PHILIP RICE answers:
Not “supposedly deaf”. DEAF! Here’s the thing. When you know enough music theory and have been around the block, and are one of the most talented musicians in history…. You look, or write notes on a page and know EXACTLY what it “sounds like”. This is called hearing a score in silence in your head. Actually, many, if not most great composers develop this ability. Not to mention most good to great conductors.
If you can’t look at a score and “hear it in your head” you are pretty much lacking the skills needed to be either. It’s called being able to read music. Of course there are some very complicated scores out there that the conductor will want to study parts of them while playing the piano…. Just to make sure. Conductors and composers are looking at a bunch of different instrumental parts written in many different keys at same time. For example, strings play their instruments in the key of C, just like the piano. (Except violas, or cellos at times, along with the others when a “clef” can change.) What about clarinets, who can “see” their parts on the page in the keys of B flat, A, or E flat, just to name a few.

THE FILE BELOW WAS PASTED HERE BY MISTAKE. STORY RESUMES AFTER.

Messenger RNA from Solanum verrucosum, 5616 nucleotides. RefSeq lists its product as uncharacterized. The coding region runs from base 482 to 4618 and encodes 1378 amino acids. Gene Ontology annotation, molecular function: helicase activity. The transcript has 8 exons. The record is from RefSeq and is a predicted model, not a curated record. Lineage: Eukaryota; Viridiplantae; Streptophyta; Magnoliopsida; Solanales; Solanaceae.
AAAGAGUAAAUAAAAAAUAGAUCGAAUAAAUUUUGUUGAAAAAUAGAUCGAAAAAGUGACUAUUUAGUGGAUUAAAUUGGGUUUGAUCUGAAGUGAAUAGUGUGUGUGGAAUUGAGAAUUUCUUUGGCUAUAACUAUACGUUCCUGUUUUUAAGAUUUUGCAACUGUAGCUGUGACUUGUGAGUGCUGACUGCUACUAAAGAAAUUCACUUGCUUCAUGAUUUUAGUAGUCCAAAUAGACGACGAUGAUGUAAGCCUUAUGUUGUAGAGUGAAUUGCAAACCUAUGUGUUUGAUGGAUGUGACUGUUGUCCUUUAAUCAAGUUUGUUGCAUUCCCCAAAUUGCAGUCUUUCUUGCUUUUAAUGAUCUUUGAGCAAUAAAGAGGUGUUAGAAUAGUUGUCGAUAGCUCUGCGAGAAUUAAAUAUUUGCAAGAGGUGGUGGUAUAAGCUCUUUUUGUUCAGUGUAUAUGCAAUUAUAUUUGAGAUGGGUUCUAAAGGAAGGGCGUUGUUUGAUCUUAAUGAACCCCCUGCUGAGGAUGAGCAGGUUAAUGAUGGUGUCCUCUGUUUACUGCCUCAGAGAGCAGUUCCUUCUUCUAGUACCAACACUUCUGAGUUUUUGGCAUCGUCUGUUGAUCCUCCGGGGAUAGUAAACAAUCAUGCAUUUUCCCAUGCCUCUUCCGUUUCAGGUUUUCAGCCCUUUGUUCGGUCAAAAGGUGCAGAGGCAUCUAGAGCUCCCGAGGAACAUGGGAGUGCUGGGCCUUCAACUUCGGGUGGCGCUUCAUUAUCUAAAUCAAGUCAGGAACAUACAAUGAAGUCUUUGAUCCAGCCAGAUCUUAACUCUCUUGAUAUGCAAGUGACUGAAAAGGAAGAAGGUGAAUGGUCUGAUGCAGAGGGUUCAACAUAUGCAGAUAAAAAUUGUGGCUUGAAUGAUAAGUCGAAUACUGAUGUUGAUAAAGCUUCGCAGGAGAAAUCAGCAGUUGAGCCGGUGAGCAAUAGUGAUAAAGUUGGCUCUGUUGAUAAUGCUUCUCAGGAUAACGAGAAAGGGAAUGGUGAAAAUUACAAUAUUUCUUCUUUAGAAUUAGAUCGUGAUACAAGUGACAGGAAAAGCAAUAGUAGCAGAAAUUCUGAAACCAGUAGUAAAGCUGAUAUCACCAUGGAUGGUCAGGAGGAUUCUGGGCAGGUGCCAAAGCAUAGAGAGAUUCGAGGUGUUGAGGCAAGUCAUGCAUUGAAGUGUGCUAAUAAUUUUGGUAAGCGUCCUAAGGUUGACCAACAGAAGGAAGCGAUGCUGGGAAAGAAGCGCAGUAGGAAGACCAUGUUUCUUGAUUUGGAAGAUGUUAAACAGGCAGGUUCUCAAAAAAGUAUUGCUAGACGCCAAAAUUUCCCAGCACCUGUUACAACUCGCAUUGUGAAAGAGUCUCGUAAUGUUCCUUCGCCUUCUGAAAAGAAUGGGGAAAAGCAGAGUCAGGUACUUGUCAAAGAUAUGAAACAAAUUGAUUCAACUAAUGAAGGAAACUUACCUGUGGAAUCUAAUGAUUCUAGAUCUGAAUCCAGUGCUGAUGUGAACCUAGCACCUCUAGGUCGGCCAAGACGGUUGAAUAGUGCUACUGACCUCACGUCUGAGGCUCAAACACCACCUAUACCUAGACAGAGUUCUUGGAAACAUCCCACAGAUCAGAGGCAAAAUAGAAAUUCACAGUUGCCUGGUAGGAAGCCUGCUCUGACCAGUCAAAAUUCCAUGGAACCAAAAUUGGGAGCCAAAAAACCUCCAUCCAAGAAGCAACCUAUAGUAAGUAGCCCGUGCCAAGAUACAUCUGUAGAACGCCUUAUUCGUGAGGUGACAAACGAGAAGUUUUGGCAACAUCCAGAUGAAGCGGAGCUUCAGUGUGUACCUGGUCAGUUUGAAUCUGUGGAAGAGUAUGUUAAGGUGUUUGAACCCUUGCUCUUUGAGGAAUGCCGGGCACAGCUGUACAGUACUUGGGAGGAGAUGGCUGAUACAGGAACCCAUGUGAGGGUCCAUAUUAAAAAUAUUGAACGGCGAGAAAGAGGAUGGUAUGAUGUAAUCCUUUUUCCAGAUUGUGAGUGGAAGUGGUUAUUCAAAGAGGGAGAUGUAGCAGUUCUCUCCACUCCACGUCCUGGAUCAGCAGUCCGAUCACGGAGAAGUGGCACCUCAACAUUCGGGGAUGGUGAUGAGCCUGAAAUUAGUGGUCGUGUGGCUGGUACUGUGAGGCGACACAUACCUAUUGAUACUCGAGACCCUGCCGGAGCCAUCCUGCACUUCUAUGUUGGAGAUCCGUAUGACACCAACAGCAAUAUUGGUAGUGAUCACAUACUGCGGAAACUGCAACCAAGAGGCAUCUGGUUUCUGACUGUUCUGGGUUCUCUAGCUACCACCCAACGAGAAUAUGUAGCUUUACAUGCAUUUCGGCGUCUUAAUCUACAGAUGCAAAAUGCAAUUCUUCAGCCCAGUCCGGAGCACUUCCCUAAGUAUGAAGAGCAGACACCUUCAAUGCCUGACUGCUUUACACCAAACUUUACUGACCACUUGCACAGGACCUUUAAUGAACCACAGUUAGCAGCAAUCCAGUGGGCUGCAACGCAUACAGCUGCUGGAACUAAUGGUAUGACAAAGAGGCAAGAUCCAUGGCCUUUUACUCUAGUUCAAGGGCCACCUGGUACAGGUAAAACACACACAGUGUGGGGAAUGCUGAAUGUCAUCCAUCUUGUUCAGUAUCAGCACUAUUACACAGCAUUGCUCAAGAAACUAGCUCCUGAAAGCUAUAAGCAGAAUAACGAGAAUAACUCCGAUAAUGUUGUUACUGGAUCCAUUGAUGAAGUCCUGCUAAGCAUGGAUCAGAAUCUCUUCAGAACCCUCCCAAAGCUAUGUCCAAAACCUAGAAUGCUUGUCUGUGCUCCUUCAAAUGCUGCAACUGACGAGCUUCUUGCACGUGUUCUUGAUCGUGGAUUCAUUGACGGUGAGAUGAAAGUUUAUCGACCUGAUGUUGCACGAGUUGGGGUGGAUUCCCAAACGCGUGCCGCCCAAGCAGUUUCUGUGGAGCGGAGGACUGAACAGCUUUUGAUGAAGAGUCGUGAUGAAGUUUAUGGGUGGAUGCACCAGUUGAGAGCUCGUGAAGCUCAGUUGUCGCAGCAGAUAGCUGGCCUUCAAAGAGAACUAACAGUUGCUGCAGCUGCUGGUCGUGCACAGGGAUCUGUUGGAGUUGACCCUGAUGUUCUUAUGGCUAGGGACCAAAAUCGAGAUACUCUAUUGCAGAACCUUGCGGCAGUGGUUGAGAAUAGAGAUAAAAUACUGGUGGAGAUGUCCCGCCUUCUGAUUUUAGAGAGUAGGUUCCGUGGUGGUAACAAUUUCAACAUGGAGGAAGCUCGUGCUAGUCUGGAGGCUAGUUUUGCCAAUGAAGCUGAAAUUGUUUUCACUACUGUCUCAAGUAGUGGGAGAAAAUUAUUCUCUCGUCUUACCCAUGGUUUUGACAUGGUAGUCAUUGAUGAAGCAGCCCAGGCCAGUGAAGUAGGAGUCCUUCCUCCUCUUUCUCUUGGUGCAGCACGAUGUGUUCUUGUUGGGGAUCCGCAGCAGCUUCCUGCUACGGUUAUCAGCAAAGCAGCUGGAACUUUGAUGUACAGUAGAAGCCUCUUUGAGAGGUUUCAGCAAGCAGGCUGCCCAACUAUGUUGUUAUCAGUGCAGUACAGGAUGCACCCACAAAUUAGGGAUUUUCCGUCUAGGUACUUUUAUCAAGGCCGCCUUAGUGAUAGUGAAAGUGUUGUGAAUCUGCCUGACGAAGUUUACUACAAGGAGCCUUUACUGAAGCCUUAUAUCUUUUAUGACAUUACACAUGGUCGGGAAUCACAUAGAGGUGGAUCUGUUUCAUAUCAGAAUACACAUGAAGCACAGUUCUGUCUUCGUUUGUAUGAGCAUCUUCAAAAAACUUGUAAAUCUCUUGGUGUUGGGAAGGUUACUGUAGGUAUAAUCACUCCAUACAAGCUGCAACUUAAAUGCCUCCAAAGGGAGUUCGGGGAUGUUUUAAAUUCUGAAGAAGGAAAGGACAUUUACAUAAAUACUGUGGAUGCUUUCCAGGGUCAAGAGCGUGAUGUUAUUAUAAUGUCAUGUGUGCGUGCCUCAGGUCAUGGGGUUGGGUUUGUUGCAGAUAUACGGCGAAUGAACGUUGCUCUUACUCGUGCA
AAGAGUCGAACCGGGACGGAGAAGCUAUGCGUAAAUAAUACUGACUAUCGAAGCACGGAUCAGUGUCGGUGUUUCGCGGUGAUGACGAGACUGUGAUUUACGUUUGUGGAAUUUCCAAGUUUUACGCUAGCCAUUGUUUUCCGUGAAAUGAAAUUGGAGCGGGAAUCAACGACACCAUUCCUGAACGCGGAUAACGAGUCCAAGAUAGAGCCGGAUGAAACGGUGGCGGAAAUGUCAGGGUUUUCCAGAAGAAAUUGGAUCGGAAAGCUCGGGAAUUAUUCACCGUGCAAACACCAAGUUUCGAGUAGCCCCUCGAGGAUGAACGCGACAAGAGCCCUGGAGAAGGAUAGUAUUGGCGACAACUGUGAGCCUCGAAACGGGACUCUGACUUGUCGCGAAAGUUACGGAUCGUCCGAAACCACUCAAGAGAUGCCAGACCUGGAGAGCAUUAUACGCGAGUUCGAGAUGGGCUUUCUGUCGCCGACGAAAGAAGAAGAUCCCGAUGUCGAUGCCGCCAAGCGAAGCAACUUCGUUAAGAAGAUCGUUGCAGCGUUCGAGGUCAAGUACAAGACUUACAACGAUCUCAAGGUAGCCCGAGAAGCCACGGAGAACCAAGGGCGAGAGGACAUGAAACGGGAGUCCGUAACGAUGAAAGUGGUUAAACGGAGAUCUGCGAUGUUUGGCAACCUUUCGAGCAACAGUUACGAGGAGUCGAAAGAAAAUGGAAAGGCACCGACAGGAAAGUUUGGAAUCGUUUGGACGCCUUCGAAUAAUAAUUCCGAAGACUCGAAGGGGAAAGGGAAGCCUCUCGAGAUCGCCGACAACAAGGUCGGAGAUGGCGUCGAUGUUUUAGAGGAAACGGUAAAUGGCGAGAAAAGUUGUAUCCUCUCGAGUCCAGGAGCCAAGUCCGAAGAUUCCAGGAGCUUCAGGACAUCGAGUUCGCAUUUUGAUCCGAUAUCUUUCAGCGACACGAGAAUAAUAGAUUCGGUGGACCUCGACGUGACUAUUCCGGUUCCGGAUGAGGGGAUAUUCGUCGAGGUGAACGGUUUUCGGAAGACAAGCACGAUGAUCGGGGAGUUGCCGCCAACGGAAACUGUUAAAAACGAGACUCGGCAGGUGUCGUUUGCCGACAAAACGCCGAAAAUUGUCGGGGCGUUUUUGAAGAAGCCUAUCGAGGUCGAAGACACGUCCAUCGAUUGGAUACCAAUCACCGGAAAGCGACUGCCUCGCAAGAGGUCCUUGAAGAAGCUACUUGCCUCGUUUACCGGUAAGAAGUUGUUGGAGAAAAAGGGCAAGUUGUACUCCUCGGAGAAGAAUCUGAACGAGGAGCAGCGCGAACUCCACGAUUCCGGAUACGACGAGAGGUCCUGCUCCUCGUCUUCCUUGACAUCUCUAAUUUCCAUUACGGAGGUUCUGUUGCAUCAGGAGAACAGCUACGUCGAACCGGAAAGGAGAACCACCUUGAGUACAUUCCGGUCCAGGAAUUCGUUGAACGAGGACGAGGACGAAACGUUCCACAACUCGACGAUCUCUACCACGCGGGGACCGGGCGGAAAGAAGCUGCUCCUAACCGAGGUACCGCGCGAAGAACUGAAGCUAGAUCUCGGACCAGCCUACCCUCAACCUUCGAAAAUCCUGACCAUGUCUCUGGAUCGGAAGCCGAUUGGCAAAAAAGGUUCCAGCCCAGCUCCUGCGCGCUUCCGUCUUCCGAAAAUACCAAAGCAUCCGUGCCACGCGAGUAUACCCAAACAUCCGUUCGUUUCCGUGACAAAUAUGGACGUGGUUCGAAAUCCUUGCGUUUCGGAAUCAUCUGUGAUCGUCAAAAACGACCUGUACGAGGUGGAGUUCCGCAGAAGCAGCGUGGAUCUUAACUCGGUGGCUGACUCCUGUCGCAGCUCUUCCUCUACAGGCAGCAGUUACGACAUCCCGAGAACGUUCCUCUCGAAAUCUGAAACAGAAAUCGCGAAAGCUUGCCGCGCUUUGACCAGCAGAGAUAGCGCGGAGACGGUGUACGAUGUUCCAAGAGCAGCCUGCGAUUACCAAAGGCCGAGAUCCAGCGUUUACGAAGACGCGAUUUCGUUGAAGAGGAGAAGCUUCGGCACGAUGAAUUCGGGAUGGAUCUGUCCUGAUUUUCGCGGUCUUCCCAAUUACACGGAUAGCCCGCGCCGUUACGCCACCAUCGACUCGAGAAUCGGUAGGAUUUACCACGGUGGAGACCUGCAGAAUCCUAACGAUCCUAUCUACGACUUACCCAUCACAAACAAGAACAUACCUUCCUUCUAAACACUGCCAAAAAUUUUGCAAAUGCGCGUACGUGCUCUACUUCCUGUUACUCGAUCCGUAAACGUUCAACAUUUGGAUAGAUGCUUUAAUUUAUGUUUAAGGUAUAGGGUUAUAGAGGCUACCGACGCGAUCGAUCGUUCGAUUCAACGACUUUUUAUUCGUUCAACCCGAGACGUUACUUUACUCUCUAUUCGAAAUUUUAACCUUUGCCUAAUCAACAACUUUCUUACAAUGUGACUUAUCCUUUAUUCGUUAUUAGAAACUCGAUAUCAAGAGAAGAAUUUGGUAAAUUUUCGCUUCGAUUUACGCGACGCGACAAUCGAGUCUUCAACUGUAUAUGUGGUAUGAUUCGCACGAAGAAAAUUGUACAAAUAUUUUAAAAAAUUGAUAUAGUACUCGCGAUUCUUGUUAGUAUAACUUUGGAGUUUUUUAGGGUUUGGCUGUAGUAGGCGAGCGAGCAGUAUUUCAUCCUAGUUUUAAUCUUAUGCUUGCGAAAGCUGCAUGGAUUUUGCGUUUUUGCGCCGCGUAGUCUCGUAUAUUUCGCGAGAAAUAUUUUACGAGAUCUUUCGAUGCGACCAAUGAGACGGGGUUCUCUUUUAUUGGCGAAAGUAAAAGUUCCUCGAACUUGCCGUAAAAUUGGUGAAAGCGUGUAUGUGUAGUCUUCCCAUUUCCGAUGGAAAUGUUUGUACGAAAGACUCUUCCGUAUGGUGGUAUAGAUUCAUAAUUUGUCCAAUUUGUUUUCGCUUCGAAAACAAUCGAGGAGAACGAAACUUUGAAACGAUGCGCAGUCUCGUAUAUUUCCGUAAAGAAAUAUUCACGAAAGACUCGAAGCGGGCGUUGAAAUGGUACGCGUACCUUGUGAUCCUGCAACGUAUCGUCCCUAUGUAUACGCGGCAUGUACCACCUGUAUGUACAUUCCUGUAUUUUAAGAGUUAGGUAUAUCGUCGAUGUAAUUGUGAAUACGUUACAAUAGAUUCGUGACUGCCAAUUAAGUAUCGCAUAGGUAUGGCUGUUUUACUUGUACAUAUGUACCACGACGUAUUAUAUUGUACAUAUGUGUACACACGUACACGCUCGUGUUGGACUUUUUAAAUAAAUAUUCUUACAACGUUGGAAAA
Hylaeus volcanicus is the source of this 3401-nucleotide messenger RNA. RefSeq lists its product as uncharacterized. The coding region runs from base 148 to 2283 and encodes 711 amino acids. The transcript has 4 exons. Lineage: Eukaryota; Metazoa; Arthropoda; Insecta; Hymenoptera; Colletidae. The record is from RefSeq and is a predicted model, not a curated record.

How about the poor horn and trumpet sections? In Romantic era and before, they are transposing the correct pitch in their heads, which can change, even within one movement, all the time. When you hit “Middle C” on the piano, you pretty much expect to hear what you are going to hear. EVERY SINGLE TIME. Not so, for English Horn, other woodwinds and brass instruments.
And the conductor has to look at this mishmash of black ink on the page, and try and figure out what it all SHOULD sound like, if everyone is playing the right notes. Then correct them, if wrong. No. Conducting is Not just standing up there waving your arms while trying to look good. Neither is playing many instruments in the orchestra because they make it look so easy. Likewise, many other professions where the goal is to make it look dirt easy. Hope this helps you understand…uhhh…there’s a Lot going on that doesn’t catch the eye of a casual observer. In many professions, not just music!
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